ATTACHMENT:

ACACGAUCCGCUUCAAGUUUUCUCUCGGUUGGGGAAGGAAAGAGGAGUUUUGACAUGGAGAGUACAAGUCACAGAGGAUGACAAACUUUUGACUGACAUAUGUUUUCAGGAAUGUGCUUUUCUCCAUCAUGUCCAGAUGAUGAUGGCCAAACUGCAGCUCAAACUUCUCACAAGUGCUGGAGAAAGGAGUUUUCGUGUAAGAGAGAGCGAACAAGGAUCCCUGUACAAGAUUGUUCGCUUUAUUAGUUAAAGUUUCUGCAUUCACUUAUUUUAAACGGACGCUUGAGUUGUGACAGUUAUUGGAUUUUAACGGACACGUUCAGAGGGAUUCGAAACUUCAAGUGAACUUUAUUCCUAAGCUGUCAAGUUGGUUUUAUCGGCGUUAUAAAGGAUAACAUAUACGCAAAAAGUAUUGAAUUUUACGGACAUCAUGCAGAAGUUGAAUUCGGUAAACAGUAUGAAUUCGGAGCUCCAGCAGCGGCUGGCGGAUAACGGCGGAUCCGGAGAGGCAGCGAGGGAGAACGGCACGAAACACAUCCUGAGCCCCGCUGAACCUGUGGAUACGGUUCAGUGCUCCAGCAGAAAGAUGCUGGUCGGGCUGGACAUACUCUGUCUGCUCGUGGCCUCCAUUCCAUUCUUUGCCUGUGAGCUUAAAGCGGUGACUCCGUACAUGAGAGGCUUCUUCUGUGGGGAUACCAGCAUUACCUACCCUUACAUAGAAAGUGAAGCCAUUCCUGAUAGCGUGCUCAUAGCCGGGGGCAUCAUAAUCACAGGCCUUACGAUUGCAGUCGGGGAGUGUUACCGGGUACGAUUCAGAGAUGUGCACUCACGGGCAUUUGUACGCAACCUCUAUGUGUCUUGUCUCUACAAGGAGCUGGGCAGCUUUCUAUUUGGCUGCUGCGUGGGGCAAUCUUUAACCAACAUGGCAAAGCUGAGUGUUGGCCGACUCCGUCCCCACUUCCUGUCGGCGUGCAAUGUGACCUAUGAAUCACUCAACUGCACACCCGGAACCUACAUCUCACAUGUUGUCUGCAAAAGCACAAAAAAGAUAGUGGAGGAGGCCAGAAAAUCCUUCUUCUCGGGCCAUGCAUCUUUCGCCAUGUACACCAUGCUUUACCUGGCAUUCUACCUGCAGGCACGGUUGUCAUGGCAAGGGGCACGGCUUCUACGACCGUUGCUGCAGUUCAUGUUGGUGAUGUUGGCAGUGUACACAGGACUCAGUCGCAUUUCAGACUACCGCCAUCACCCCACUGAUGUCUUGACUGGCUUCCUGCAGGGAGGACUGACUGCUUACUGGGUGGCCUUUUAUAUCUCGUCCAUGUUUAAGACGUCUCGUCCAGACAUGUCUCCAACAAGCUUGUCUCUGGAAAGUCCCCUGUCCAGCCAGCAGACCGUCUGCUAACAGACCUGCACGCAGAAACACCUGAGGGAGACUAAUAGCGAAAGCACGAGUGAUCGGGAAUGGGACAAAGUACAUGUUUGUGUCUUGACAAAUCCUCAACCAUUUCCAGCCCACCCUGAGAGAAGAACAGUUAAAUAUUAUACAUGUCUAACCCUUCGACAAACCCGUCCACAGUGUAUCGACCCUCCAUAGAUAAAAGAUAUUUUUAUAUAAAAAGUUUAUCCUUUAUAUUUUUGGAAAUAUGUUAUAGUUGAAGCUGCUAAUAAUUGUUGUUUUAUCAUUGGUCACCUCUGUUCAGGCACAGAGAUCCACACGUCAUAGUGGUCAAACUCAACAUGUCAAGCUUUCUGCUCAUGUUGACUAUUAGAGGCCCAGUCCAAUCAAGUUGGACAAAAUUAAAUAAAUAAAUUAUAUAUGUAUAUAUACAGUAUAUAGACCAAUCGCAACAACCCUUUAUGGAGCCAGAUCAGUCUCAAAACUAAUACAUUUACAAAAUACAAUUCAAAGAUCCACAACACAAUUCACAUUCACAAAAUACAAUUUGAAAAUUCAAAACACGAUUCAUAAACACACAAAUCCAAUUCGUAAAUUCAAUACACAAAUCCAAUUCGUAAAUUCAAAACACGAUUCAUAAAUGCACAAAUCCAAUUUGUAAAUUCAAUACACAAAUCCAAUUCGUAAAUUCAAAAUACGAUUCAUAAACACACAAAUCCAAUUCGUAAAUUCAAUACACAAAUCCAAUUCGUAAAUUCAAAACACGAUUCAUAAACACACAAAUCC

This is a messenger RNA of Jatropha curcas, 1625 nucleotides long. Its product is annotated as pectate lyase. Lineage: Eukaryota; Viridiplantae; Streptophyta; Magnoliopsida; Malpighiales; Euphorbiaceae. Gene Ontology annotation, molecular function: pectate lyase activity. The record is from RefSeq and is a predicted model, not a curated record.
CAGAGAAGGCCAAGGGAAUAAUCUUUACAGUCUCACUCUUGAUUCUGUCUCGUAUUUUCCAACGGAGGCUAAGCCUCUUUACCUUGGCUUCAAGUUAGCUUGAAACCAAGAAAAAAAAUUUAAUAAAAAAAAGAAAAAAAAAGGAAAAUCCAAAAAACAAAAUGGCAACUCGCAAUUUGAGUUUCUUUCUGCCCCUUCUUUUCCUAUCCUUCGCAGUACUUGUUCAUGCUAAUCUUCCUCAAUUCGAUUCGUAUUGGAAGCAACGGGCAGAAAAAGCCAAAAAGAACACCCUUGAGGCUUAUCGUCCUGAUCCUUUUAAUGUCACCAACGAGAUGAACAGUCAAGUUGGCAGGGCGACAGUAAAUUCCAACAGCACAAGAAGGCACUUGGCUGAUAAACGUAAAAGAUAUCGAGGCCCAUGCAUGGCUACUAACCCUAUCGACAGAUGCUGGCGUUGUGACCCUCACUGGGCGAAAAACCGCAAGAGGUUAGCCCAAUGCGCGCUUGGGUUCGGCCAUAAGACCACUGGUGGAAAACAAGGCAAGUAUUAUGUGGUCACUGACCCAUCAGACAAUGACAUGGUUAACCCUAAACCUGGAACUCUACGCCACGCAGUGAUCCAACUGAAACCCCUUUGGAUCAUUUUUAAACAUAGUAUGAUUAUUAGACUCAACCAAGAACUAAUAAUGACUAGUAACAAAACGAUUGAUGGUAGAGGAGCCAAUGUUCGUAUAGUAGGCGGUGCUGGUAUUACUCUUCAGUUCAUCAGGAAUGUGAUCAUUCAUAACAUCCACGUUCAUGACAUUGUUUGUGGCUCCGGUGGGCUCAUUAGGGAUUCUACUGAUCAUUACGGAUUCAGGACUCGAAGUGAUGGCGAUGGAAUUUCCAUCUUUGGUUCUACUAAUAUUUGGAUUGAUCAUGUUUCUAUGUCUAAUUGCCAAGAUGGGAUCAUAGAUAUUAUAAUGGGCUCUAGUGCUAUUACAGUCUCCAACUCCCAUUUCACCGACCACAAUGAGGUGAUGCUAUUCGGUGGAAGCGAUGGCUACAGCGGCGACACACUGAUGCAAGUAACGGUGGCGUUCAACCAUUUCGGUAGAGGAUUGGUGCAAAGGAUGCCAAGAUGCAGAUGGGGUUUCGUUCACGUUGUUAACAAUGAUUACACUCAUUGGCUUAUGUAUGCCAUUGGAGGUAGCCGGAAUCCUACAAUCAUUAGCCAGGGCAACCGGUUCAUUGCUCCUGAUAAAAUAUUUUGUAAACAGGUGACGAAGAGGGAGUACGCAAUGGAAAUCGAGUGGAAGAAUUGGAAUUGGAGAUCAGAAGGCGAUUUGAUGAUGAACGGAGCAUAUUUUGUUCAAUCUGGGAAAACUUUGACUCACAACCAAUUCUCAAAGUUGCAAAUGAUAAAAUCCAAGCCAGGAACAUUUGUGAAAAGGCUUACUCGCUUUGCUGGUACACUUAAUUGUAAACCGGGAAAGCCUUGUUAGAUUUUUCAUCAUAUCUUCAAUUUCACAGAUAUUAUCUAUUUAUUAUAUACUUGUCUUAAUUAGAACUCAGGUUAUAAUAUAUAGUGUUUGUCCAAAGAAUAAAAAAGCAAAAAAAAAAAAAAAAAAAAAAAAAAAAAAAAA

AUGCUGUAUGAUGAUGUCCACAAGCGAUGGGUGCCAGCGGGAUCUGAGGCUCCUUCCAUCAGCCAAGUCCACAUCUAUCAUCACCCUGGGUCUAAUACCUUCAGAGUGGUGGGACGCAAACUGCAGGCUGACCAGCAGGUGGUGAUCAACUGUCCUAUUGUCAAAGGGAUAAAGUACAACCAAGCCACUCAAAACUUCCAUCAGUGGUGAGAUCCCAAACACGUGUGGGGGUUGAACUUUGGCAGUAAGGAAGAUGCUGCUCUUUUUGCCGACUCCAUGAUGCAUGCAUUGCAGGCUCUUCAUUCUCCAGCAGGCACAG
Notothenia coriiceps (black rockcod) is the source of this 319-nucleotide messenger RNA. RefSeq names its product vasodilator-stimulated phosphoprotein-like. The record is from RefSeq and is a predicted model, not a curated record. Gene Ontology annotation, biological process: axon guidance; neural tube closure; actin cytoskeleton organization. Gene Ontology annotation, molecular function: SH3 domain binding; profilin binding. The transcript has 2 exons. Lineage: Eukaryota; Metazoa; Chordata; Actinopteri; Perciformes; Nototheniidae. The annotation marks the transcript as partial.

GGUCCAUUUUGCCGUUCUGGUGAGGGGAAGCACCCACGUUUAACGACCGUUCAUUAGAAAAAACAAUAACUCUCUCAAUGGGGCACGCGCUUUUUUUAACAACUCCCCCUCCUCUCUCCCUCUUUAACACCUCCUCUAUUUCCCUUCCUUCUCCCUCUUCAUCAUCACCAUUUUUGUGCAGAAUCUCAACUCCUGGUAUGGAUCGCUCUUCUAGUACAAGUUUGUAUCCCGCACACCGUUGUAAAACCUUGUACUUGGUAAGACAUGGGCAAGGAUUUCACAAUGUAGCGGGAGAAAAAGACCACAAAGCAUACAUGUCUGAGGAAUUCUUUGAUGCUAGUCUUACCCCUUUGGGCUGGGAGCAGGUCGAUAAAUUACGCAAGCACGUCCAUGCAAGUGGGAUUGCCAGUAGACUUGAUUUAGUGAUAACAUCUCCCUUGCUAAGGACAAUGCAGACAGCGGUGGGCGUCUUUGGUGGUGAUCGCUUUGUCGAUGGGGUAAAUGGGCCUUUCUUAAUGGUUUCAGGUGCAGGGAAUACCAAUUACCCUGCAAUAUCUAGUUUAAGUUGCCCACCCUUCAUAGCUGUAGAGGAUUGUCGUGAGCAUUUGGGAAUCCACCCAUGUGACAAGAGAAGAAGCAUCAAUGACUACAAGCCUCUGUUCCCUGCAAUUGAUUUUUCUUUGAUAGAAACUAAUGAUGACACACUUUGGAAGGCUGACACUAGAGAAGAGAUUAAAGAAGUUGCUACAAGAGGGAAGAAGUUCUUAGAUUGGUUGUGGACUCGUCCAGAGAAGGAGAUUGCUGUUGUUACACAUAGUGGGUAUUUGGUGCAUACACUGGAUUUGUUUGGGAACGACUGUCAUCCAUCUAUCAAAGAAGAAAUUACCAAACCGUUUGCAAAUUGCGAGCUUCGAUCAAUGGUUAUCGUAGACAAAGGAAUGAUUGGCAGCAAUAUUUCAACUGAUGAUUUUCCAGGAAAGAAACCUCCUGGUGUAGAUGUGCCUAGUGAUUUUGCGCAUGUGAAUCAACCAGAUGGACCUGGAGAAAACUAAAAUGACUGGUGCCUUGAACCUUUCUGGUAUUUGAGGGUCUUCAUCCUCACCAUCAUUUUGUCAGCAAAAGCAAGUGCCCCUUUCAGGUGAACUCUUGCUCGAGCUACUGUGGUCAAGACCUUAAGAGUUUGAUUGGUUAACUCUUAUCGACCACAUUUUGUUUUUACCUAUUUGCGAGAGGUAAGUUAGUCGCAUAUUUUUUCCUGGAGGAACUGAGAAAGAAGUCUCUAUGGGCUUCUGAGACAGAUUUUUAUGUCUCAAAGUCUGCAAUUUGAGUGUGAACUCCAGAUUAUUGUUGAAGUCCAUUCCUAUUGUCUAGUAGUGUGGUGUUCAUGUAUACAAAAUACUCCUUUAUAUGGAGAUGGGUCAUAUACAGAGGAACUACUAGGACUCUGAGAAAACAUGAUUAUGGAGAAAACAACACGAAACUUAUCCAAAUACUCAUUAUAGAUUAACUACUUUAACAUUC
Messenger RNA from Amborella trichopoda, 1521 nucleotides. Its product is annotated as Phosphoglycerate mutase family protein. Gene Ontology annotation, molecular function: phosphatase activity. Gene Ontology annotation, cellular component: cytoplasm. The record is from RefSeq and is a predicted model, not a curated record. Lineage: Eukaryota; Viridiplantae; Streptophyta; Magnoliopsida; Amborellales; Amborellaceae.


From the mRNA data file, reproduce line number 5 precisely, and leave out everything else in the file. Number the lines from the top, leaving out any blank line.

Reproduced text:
Notothenia coriiceps (black rockcod) is the source of this 319-nucleotide messenger RNA. RefSeq names its product vasodilator-stimulated phosphoprotein-like. The record is from RefSeq and is a predicted model, not a curated record. Gene Ontology annotation, biological process: axon guidance; neural tube closure; actin cytoskeleton organization. Gene Ontology annotation, molecular function: SH3 domain binding; profilin binding. The transcript has 2 exons. Lineage: Eukaryota; Metazoa; Chordata; Actinopteri; Perciformes; Nototheniidae. The annotation marks the transcript as partial.